The time flew by, and, as promised, we dropped Wouk off in Washington, D.C., prior to midnight. I proceeded to Teterboro with the pilots and flight attendant.
In Teterboro, I jumped into a cab for the one-hour drive to Brooklyn, and we arrived at about 2:30 a.m. The Rebbe was still in his office at 770, and I hoped I could get a note in, describing a capsule digest of the pre-dinner publicity, successful banquet and Wouk’s talk. I would have to very quickly write the note and submit it to Rabbi Hodakov, the Rebbe’s chief of staff. He would usually come in with a huge stack of papers. Fortunately, I made it just in time to jot my note and hand it to him for the Rebbe.
Rabbi Hodakov very kindly took my note and entered the Rebbe’s office. This was the first moment I had to relax from my very successful but stressful day, but that was short lived. Hodakov came out of the Rebbe’s office almost immediately after entering. I was still standing in the hall when Hodakov approached me and said, “Moshe, the Rebbe wants to see you now!”
My heart skipped a beat, as a summons from the Rebbe is very rare. I entered the Rebbe’s office. The Rebbe greeted me and proceeded to ask, “Vos hot zich g’redt aff dem plane?” which means, “What did you discuss on the plane?” (The Rebbe knew that we were bringing Wouk back in a private jet and was very pleased with that. After I submitted the note, he assumed I had accompanied him.)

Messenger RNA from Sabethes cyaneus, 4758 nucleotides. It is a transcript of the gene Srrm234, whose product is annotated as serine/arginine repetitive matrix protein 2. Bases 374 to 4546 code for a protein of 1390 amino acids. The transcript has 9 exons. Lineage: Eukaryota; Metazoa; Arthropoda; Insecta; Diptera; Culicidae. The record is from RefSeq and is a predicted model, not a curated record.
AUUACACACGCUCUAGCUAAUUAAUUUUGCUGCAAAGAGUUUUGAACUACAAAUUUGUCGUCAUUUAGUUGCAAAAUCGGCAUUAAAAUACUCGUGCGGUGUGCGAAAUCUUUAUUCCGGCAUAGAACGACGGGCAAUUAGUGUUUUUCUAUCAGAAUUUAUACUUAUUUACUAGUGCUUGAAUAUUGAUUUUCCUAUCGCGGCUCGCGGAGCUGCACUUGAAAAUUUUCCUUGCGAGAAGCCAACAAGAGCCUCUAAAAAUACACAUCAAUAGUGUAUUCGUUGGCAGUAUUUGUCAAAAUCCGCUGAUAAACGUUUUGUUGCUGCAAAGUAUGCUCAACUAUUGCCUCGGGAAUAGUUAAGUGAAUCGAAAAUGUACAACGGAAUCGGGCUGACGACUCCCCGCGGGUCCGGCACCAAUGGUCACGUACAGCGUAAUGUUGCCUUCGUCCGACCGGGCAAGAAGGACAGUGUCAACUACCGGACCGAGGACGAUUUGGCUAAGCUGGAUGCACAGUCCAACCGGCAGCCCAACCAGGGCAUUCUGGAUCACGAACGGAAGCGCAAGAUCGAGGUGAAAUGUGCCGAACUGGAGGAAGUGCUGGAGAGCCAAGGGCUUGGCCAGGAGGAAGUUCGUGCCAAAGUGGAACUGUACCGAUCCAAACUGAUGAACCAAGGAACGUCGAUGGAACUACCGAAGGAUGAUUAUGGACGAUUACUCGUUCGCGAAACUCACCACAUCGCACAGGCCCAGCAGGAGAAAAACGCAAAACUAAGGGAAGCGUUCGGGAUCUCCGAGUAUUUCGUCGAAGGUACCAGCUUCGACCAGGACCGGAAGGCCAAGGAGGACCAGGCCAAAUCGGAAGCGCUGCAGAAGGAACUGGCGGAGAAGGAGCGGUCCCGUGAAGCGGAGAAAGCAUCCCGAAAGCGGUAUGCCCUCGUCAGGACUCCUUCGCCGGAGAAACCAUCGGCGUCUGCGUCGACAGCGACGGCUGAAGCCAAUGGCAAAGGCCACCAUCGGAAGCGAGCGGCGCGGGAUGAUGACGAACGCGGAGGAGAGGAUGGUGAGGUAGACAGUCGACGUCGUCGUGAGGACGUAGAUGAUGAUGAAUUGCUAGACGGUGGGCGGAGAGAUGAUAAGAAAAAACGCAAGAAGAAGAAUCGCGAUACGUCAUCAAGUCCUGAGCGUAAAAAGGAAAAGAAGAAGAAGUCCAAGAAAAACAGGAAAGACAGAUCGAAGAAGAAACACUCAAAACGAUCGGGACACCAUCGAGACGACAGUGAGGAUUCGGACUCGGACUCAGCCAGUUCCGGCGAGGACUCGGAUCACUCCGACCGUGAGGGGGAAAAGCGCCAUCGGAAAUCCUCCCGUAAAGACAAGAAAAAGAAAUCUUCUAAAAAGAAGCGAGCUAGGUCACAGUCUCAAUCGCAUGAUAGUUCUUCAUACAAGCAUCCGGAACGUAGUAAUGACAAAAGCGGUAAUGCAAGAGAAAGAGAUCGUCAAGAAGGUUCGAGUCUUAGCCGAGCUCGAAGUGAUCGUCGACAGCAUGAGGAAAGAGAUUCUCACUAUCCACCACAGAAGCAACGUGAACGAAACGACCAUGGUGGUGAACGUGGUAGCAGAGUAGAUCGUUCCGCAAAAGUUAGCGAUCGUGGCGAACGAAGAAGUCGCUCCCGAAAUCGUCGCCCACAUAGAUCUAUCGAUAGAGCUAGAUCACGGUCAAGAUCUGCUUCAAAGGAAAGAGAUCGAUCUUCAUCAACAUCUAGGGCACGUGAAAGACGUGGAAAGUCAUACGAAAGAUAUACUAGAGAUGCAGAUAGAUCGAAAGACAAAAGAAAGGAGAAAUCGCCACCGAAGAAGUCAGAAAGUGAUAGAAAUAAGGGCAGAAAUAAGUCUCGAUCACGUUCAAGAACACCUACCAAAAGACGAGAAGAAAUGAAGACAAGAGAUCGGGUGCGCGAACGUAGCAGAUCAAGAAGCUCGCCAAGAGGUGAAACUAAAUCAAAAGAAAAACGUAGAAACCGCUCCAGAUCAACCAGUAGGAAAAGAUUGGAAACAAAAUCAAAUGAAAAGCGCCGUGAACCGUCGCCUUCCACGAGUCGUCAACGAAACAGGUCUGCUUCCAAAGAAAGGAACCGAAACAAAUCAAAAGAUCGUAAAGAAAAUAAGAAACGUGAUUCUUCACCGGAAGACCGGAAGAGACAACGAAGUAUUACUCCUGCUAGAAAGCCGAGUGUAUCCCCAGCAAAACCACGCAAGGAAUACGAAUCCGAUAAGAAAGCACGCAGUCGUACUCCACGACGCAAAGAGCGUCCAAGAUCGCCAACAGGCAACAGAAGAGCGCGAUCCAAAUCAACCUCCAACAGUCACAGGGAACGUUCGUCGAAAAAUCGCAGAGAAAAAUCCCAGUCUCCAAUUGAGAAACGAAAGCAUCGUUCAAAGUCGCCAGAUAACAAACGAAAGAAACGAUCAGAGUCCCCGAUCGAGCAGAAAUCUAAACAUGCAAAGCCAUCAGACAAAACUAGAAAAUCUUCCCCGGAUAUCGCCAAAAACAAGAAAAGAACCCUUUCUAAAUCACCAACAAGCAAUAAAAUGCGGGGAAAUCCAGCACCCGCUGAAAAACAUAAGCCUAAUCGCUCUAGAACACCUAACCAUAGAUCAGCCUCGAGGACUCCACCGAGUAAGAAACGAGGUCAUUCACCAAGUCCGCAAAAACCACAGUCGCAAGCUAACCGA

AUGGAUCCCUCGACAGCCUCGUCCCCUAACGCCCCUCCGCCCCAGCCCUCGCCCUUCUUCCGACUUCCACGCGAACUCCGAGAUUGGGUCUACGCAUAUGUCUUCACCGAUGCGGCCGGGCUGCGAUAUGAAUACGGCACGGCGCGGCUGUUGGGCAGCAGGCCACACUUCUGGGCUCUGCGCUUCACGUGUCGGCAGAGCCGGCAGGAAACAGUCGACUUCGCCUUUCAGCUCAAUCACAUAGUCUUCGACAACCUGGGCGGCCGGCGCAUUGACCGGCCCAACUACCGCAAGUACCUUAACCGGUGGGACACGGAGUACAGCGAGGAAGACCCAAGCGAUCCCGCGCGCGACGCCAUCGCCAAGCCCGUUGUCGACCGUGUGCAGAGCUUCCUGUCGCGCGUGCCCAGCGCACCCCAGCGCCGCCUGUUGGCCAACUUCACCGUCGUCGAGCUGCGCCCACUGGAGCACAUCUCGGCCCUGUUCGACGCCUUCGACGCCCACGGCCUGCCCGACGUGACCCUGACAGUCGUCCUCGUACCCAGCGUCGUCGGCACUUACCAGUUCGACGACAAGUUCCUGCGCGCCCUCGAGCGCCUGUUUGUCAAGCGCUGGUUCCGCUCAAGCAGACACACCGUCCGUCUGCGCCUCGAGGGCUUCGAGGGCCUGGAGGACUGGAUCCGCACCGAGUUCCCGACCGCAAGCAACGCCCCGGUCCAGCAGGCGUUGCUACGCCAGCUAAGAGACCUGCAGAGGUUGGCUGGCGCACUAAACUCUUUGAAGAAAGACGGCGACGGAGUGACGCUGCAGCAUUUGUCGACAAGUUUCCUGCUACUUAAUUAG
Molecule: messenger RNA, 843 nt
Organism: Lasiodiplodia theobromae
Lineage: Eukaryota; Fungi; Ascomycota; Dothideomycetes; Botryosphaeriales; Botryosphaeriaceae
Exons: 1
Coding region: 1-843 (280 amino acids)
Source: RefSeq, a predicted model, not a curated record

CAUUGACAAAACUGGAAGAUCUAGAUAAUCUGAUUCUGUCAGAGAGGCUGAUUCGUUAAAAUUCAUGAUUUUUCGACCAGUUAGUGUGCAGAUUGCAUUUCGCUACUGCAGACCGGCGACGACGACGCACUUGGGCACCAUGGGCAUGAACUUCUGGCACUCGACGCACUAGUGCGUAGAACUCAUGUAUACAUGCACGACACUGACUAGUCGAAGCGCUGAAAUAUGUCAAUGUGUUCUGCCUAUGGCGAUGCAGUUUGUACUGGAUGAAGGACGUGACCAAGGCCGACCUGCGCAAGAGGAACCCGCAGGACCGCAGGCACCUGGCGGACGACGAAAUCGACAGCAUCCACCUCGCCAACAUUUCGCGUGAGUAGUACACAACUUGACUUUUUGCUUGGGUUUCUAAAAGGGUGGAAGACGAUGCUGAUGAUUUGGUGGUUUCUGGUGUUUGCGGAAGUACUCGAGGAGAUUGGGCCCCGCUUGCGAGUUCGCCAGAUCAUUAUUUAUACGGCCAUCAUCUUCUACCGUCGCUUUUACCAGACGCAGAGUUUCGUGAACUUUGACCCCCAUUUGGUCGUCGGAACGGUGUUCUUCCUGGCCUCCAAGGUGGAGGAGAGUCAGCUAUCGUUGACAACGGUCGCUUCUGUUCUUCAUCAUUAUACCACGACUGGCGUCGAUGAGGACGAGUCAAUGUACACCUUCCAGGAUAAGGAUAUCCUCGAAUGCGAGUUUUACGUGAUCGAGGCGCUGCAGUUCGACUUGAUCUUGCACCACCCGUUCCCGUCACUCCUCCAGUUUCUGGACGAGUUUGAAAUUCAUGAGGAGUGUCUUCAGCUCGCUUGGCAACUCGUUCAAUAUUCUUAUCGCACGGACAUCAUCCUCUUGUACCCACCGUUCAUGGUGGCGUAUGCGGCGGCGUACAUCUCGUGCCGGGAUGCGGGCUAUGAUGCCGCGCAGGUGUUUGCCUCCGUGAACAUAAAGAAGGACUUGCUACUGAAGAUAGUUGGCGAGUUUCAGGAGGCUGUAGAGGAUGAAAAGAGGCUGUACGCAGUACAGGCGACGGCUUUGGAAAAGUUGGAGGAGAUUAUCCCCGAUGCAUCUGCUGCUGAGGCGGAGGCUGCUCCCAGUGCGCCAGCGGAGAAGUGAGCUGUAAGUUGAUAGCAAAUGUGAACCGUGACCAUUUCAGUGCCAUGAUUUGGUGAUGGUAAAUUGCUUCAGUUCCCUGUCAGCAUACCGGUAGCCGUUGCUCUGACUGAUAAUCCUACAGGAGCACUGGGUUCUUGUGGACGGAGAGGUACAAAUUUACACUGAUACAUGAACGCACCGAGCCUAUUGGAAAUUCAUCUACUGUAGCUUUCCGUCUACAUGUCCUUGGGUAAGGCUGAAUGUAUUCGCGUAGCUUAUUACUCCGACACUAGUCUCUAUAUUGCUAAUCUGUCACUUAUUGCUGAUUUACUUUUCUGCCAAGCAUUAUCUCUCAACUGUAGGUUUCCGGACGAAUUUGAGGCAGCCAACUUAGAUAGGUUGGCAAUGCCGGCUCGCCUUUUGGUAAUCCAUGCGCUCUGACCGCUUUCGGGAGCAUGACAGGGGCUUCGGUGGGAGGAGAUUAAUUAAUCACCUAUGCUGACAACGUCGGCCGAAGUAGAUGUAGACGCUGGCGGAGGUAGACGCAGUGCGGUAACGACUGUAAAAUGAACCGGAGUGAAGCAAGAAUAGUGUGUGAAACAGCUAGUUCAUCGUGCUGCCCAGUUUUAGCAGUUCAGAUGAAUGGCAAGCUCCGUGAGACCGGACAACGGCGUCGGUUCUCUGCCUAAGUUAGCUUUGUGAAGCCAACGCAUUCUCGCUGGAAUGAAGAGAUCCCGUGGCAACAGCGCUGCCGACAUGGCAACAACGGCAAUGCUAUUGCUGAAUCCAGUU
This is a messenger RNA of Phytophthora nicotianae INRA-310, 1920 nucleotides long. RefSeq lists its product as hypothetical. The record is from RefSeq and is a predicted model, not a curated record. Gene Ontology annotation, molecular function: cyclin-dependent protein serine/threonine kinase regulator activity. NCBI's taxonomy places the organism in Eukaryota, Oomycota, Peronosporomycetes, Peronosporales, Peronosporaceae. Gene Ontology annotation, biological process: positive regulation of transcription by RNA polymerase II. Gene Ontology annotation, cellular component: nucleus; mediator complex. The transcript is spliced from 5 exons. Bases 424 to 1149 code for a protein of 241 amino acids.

I was very surprised that the Rebbe’s first response was to inquire after our conversation. I answered, “Es hot zich geredt dem Rebbin’s Sichos aff der Haggada — the Rebbe’s commentary and talks on the Haggada.
I got a million-dollar smile from the Rebbe.
Rabbi Moshe Feller is director of Upper Midwest Merkos – Chabad Lubavitch.
Since 1912 the AJW has served as an important news resource for the Jewish community. The Jewish World unites the main Jewish communities in St. Paul and Minneapolis, as well as those in Duluth, Rochester and smaller cities, and bridges the divides between the various Jewish religious streams.